In recent years, the detrimental effects of yo-yo dieting have come under increasing scrutiny, shedding light on its negative impacts on both physical and mental health. Beyond the well-known consequences such as weight regain and metabolic disruptions, emerging research has uncovered two additional reasons why yo-yo dieting is unhealthy.

In this interview between Kim Arrey and Ken Connors, CJAD radio host, we’ll explore these new insights into the dangers of yo-yo dieting and discuss actionable approaches to help individuals break free from its cycle.


This podcast was aired on the Weekends with Ken Connors show on CJAD.


Ken Connors: Kim, now is probably about the time that many people are giving up on the diet that they started on Jan 2.  But once people stop their diets what usually happens?

Kim Arrey: Ken, people often go into a cycle of what is known as yo-yo dieting or weight cycling.    Basically what happens is that you decide you want to follow a diet to lose weight. You might follow a fad diet to get started.   You reach your goal and maybe lose a few pounds extra. But then you go on vacation and gain back the weight that you lost and maybe even gain a few extra pounds.  So you go back on a diet.  I have some clients who started weight cycling when they were quite young and now they are stuck in the cycle of on and off diets and losing and regaining weight.  And they all say that when they look at the pictures they were really at an ok weight and now they are more overweight.

Ken Connors: Kim that must be difficult for people.  I’ll bet it is not healthy either.

Kim Arrey: No Ken it is not.  Most people realize that the more overweight they are, the more their risk of developing health conditions like high blood pressure, type 2 diabetes, high cholesterol, and even reduced mobility increases.  But what some people are not aware of is the toll that this can take on their mental health.  And this is a huge problem.  In fact, a new study that was published in the Journal of Qualitative Health Research looked into this. They wanted to find out how the participants started yo-yo dieting and if there were any ways to break the cycle.   This was a smaller study but it did confirm what some other studies have reported.  The researchers interviewed 13 men and 23 women who had lost and regained at least 11 pounds and engaged in weight cycling.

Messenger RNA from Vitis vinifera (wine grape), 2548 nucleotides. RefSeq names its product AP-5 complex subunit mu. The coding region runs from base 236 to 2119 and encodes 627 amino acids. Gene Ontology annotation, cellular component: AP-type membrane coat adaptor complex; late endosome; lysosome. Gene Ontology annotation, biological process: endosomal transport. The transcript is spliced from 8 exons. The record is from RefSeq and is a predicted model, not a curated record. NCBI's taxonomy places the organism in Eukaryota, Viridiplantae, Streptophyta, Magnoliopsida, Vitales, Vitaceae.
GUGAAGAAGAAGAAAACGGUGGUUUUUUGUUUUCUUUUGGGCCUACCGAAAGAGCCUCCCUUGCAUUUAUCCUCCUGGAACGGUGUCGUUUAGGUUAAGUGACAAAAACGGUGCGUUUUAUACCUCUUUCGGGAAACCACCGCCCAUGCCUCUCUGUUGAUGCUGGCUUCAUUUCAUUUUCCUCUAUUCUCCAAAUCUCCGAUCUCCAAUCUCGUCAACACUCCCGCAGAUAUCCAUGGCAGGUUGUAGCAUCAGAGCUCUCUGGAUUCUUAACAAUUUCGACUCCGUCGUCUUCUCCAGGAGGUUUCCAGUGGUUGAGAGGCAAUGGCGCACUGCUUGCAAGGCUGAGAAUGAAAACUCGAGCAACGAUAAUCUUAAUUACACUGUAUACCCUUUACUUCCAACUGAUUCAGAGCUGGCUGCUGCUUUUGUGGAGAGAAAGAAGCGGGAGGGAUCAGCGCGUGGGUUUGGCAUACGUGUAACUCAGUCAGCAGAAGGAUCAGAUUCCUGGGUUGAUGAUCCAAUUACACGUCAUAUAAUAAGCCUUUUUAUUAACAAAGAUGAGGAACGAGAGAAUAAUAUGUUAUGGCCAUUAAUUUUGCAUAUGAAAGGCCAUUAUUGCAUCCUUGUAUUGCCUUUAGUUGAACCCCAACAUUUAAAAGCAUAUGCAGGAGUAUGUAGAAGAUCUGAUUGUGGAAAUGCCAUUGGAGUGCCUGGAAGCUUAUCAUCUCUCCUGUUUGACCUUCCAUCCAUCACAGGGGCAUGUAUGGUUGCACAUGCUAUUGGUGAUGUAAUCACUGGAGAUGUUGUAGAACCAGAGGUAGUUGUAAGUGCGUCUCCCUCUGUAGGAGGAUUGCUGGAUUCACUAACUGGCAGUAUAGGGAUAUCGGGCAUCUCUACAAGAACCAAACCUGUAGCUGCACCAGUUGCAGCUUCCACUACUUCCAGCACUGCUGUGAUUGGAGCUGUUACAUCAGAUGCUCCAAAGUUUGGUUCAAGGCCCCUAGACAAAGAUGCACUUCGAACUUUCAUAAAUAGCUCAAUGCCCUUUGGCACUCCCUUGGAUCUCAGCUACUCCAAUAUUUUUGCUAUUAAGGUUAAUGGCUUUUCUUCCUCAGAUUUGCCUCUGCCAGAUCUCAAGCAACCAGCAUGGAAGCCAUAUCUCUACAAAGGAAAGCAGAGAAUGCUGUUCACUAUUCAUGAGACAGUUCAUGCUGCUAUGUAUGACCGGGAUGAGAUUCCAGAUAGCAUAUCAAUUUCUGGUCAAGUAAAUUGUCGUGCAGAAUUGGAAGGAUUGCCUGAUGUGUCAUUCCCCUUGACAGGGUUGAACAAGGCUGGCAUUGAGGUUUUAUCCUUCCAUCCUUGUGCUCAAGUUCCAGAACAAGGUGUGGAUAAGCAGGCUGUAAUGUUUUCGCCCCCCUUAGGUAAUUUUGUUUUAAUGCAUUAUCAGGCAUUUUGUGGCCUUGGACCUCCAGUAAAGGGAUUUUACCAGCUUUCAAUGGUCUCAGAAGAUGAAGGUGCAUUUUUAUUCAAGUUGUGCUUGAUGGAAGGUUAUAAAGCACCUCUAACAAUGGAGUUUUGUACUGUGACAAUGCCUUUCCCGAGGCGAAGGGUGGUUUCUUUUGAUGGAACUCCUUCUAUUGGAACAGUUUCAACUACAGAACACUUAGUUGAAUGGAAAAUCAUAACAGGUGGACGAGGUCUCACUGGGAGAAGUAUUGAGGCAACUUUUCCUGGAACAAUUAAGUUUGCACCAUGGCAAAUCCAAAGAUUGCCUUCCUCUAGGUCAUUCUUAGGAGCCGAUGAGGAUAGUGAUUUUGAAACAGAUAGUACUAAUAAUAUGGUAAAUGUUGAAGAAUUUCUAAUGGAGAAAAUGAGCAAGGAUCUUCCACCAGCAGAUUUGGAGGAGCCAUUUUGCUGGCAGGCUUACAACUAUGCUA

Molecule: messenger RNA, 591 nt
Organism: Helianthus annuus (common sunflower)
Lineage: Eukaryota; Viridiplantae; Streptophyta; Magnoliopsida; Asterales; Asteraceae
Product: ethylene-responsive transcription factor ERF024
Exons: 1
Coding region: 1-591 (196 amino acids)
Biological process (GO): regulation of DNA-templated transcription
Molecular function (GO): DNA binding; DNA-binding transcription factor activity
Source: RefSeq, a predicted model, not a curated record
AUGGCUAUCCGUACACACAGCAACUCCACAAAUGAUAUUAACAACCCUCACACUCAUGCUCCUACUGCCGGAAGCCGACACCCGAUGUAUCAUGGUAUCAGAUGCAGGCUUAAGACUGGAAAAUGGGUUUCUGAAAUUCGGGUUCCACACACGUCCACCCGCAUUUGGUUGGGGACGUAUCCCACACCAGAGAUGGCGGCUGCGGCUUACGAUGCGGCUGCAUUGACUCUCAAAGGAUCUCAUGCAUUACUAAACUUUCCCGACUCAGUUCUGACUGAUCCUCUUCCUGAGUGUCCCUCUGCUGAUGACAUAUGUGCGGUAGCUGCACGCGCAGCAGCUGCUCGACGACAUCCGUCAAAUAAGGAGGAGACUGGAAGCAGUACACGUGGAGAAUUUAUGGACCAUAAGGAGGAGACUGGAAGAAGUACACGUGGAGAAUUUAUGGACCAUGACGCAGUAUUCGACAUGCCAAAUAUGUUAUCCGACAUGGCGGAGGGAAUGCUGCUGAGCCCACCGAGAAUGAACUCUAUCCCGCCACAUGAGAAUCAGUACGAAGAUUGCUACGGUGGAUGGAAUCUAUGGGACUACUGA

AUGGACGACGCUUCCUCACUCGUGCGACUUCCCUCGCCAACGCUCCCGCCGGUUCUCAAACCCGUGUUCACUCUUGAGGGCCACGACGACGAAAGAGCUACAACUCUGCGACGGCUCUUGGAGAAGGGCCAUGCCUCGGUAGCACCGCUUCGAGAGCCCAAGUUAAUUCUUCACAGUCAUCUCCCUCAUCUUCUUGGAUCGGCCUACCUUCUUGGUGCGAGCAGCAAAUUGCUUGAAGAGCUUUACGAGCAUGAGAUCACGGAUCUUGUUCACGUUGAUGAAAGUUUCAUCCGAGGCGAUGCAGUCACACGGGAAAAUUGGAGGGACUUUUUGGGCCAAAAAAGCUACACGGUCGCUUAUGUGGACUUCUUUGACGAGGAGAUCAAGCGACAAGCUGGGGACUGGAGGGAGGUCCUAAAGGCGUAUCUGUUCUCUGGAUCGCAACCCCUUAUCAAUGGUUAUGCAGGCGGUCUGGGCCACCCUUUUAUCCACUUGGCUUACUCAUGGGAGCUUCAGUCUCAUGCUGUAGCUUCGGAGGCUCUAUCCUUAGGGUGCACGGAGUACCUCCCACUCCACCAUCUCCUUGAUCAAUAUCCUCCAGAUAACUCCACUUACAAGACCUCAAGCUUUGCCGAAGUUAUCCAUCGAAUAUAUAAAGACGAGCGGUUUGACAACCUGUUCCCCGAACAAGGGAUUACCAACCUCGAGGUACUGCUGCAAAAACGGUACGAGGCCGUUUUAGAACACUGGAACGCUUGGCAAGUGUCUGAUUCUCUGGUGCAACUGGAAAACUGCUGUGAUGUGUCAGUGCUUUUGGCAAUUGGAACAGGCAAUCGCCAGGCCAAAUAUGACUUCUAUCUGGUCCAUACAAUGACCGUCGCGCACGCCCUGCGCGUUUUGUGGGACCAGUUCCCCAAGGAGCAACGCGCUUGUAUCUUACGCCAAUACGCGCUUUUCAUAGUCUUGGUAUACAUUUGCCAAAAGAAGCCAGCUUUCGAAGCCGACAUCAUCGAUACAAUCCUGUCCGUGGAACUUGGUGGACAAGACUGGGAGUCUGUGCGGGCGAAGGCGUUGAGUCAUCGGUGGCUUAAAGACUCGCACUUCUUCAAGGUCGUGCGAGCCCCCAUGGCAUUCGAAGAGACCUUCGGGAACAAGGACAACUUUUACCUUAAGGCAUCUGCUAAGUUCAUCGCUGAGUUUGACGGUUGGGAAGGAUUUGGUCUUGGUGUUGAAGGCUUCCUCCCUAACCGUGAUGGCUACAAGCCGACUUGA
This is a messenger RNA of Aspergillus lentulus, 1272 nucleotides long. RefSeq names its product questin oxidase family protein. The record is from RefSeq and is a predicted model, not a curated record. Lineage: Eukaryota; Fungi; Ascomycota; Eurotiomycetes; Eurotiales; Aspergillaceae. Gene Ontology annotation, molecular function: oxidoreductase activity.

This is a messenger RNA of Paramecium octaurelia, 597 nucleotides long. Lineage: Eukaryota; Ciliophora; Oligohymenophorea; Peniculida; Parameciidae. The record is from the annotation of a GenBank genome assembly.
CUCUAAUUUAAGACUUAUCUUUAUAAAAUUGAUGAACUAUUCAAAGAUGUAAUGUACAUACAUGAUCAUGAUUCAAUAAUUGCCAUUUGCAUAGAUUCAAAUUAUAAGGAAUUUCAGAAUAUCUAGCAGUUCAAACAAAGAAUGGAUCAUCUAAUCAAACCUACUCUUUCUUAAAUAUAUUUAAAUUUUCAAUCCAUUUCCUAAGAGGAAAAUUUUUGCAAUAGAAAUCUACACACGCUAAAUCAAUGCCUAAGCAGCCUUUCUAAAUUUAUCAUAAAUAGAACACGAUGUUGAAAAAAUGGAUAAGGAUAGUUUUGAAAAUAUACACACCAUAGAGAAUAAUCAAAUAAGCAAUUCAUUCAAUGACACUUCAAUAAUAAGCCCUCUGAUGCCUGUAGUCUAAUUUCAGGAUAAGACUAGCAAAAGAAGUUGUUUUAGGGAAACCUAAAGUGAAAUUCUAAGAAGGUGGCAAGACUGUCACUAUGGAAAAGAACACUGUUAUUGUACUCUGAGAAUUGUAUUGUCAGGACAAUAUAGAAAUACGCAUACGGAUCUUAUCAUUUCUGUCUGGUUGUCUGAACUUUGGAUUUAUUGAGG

Ken Connors: Why did the participants in this study start dieting? 

Kim Arrey: I am sure that you have noticed that there is huge pressure for people to look a certain way and society places a high value on thinness.  The majority of the participants in the study said that they started dieting in response to the pressure from society or from people in their social group to be thin and to look like celebrities.  Almost none of them started to diet because of a medical reason.

Ken Connors: How did they try to lose weight? Did any of them follow fad diets or did some of them try balanced, healthy eating?

Kim Arrey: The participant used many different strategies to start losing weight including following a balanced diet. But eventually, they regained the weight that they lost.  This led people to feel ashamed and feel worse about themselves than they did before they started dieting.  So they tried more extreme ways of losing weight and even adopted some behaviors that were considered to be disordered eating. They would start counting calories, perhaps binge eat, restrict their food intake, and even stress about what they were eating and eventually even avoid social events.  When these behaviours are no longer sustainable they start to gain weight again and the cycle of yo-yo dieting starts.  As Dr. Michelle May says the cycle starts with eating or even overeating, and then you feel guilty and ashamed so you restrict what you eat and that is unsustainable you start to eat again and then the cycle starts.  Some of the participants in the study called this experience a vicious cycle.

Ken Connors: What can people do to break out of this eat-shame-restrict-eat vicious cycle?

Kim Arrey: The study noted that the people who broke out of the cycle focused more on their health than the number on the scale. This meant that they could eat a varied diet and learn to eat when they were hungry.  They also embraced exercising for fun!  And if you think about it the best way to sum it up was that they focused on mindful eating and exercising.

Ken Connors: What if you do not have a health problem but you want to lose weight?  Does this mean not to even try?

Kim Arrey: If you do not have a health concern now but you would like to prevent any future issues, the best thing to do is to focus on your behaviors and not on a weighted outcome.  You can take charge of your habits.  You can follow the recommendations to use your healthy plate to plan your meals, you can reduce your intake of ultra-processed foods and you can decide to stand a bit more every day or go take a dance class or play golf and try to walk the course, and turn your walk into a chat with friends.  And by focusing on these behaviors you can reduce your risk of developing various health conditions and maybe even lose a few pounds.